"Blazing Star", the kitty I was not allowed to see or adopt.
It was unclear to me as to which cats would be at particular cat clinic, though I had emailed a note that I would be there that evening to meet little Blazing Star, the kitten of my choice. I assumed that all adoptable cats would be there. Distance was certainly an issue for us, but no one answered their phone to confirm this and we took our chances. My daughter was so angry about the rude manner in which we were treated, she rightfully chose NOT to consider any of the cats that were there, though she was still looking for another cat or kitten to adopt.

I returned home confused and disappointed and  posted an email indicating that I had traveled a great distance to meet this animal and inquired as to how I could arrange to meet her. The next morning, I received an email back from Whisker's agency to inform me that based on the questionnaire, I had filled out, I was found to "NOT be considered a humane animal owner" and was not allowed to adopt an animal through them. This online questionnaire included the name of my vet as a personal reference, but their decision was based solely on a checklist regarding what I might consider in treating any behavioral issues the adopted cat might have and I had checked off "declawing" along with many other options.

Sadly no one talked to me or get to know me before deciding me "inhumane", as declawing would have been a last choice versus a first choice.  I take adoption seriously and have had both easy and difficult animals to train, and always consult my vet as to how to best handle a particular problem. They also included information regarding declawing, and information about another procedure where claws can now be covered with rubber coatings to soften the sharpness to prevent clawing damage of your home and furniture, should your animal display clawing behaviors.

I later talked to my friends as I was devastated by their decision and blown away by their assessment of me. I was and still am grieving the loss of Zeldie. She was my mostly companion and her absence is no small loss, especially as I am mostly house-bound and except for my furry friends, I am often alone. I was vulnerable but anxious to adopt another kitty, but was not prepared for a negative, albeit, superficial evaluation of myself as a pet owner. My friends let me know that most of them had been "black-balled" as prospective pet owners as well. One wasn't allowed to adopt an animal as she worked full time.  Another was refused as she indicated that she let her cats outdoors.  That is considered unsafe for cats now. Other's told me that they have lied or are less than honest and open when filling out such forms, as often they expect to experience such negative judgments, and some have had a relatives adopt animals for them to get around being "black balled".

Already Addie can do tricks and look at you upside down!
I had found our dear little Addie Rose at the SPCA Center where my daughter took us first to get the cat that she desired. She is not only a beautiful kitty is very affectionate and comfortable with us. She literally adopted us! This SPCA shelter has been so welcoming and has allowed us to visit our kitty until she is big enough to go home. This has not only afforded us more time to get to know our kitty, but has also given them the opportunity to view and interact with us. I think actions speak louder than questionnaires. We have also learned more about kitty care, though we have had kitties before. It is sad that Whiskers Adoption Agency doesn't do the same.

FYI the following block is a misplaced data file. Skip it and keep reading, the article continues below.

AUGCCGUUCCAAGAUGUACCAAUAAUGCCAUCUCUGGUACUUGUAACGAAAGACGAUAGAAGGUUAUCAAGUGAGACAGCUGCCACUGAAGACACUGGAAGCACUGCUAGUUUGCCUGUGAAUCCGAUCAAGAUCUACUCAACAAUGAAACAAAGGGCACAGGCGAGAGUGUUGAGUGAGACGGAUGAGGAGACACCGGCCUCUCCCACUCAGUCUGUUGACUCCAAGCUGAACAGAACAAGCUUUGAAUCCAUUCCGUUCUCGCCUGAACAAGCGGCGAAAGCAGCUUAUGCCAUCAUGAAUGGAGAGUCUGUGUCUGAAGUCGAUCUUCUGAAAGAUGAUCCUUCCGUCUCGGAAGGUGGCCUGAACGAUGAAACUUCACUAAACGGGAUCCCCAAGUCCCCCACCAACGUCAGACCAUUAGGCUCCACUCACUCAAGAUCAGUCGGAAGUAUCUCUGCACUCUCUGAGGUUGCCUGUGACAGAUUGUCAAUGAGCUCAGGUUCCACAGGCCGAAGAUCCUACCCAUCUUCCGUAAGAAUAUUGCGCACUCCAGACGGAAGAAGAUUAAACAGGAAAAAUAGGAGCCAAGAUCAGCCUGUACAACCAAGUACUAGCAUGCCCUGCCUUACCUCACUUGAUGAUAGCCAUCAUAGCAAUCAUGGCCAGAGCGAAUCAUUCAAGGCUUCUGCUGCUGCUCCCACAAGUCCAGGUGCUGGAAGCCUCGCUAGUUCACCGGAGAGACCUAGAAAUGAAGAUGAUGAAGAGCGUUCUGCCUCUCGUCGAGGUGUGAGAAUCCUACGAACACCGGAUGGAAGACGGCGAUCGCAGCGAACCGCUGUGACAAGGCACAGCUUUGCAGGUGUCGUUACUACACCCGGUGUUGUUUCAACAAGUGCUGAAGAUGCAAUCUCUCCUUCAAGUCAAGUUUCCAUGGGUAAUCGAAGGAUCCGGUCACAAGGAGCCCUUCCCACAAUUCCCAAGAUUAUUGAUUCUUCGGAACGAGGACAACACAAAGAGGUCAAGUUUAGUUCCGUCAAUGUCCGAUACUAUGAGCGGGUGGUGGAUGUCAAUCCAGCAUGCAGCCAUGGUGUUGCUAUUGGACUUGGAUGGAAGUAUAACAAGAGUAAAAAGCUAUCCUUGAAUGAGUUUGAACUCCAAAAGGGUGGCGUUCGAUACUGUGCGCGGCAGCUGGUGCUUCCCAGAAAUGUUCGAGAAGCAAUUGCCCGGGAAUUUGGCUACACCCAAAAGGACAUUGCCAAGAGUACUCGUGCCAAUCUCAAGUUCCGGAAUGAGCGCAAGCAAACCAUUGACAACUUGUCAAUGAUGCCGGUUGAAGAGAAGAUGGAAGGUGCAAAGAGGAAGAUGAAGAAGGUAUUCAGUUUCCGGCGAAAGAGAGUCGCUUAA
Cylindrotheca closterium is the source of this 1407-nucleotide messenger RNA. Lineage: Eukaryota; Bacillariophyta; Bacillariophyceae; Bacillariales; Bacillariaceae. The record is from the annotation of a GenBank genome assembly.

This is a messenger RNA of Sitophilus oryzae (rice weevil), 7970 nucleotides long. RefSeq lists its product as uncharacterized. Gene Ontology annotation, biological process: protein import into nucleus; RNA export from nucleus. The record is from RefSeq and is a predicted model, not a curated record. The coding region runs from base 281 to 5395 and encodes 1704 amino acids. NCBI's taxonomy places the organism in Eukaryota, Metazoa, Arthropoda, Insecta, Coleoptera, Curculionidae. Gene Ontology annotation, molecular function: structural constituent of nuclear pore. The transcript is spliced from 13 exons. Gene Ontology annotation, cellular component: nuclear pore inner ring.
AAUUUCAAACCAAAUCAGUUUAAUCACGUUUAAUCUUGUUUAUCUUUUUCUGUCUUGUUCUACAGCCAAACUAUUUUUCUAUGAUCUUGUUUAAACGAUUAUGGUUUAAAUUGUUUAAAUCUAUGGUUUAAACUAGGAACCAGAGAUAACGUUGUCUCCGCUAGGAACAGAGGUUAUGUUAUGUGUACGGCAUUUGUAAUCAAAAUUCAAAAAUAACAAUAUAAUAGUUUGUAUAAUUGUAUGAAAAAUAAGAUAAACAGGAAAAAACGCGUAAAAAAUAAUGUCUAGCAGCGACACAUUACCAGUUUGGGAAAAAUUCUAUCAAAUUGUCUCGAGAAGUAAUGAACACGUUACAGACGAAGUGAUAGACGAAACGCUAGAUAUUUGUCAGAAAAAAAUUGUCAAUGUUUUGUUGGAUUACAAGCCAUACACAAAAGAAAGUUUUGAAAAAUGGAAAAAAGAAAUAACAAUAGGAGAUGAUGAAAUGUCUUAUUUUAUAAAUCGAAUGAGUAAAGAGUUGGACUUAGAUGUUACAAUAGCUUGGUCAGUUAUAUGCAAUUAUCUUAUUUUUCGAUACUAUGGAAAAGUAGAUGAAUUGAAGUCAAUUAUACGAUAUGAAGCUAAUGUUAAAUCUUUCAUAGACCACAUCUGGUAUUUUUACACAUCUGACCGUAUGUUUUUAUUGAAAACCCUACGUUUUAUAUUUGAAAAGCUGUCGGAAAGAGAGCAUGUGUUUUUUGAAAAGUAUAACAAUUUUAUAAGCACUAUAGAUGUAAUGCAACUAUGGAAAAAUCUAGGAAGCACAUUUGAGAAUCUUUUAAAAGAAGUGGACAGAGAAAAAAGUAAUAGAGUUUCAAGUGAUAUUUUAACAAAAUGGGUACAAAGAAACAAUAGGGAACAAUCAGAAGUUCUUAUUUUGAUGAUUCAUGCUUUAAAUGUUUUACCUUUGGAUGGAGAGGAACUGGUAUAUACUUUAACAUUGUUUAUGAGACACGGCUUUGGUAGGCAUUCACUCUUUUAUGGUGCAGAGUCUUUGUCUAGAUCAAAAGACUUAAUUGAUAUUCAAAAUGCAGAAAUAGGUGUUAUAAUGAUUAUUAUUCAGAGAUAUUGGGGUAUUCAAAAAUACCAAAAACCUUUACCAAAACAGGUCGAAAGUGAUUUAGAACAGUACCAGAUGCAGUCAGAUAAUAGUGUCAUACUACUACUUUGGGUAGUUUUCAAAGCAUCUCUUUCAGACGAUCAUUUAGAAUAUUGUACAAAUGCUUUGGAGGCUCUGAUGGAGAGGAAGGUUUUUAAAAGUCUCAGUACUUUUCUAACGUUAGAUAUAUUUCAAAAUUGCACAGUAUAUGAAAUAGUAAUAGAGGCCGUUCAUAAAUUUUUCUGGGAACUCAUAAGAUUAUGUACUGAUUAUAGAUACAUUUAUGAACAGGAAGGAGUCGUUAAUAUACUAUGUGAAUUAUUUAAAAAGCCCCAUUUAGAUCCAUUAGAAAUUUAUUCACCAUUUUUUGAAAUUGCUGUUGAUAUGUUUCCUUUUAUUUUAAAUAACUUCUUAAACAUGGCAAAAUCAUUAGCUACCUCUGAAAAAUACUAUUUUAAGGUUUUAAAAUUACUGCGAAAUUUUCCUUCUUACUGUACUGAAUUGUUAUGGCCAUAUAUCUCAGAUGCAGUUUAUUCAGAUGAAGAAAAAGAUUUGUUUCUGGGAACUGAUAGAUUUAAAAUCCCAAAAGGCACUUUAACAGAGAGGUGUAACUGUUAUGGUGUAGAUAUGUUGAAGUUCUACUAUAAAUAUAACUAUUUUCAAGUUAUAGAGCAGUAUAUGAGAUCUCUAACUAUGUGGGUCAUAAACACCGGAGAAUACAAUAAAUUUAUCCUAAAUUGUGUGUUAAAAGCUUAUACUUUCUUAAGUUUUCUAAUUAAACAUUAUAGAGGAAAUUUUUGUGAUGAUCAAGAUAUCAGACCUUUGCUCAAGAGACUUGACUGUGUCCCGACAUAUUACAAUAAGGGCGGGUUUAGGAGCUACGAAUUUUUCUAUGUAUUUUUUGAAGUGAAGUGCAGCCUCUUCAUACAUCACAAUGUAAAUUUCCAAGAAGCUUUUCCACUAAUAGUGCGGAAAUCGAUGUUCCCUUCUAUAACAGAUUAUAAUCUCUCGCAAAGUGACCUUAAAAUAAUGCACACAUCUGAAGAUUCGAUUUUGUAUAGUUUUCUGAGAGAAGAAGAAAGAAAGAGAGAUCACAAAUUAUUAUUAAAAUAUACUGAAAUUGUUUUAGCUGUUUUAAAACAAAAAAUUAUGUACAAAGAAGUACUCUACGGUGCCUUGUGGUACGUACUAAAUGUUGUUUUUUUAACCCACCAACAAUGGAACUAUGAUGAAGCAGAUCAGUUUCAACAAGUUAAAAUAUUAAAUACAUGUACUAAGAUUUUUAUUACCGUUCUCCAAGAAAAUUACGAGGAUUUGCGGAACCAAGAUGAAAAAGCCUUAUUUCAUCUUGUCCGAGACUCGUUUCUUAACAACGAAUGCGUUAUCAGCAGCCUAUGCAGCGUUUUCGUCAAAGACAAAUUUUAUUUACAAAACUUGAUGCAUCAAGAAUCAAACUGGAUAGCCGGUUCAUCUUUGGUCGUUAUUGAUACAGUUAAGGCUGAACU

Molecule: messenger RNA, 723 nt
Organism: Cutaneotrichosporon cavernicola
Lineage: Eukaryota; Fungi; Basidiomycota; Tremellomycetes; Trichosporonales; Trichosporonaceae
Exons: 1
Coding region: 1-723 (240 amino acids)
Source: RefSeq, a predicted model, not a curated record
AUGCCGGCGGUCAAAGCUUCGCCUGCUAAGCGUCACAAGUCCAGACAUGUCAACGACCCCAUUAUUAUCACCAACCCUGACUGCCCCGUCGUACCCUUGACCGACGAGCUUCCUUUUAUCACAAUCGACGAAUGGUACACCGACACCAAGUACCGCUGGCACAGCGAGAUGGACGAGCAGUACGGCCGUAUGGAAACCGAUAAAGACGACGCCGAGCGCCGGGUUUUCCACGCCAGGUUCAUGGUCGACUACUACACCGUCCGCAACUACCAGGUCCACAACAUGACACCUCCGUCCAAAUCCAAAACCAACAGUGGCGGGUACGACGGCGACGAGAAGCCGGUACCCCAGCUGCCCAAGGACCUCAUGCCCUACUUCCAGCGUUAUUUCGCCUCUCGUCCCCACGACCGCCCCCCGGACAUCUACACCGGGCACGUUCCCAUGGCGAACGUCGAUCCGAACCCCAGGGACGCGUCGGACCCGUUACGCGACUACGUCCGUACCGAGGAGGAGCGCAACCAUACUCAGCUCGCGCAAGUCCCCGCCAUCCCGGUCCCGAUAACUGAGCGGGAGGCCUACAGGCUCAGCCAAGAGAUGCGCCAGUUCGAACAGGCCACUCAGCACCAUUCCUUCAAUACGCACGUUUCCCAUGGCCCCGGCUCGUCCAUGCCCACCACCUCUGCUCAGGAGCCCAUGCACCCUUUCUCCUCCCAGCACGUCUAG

While I can't change the world, I did want to speak up regarding how I was treated at Petsmart and by the Whiskers Adoption Agency. Only days later, when I went to show my other daughter a picture of Blazing Star, we noted that she had been adopted without her sibling. Clearly, we weren't just treated rudely as well as dismissed as cruel and inhumane pet owners, but the rules of adoption weren't equal for everyone despite their policy's pledge.

No one deserves to be treated as I was treated and I am writing this blog to warn others in search of a future pet. I will follow up with to let them know that this particular store advertised this kitten as available, when I think she wasn't available at all. They also need to know about the rude manner, and personally discriminating fashion of this agency and store. They were beyond impersonal but unfair and cruel to me in my vulnerable grieving state!  I will also complain to the Whisker Adoption Agency. I appreciate that they are looking for good adoptive pet parents, but judging me based on their questionnaire and honest answer re "declawing" doesn't educate in a positive manner.  This issue  would better be taken up with vets versus the people who seek their professional advice.
"In a world where you can be anything, chose to be kind". (from FB)

I have adopted two other pets from Petsmart and this was the first time that I was treated in such a manner and so I will inform them as well. Meanwhile, I took my business elsewhere and am happy I did. I warn my readers of my treatment in hopes that they will take care to not find themselves in a similar situation. I sincerely hope that others will not expose themselves to superficial paper/pencil tests, without being warned that you may well be judged harshly when answering hypothetical questions, that should only be confidentially addressed with consultation with your trusted vet. I hope that you find shelters that treat people as humanely as they treat animals. Most of us are wanting to be the best pet owners we can be, and such superficial judgement of responsible pet ownership isn't best done through impersonal questionnaires.

Alls well that ends well. Our dear little Addie Rose will soon be able to come home with us.  I am busy preparing to set up her temporary nursery, and have been earnestly reading a kitty training book. We have found to be a cheaper way to purchase just what our kitty may need with trees and perches to climb and different types of scratching posts, and behavioral training aides. We look forward to training her as well as spoiling her and we already cherish being with her. I hope that Blazing Star has found an equally good home as well.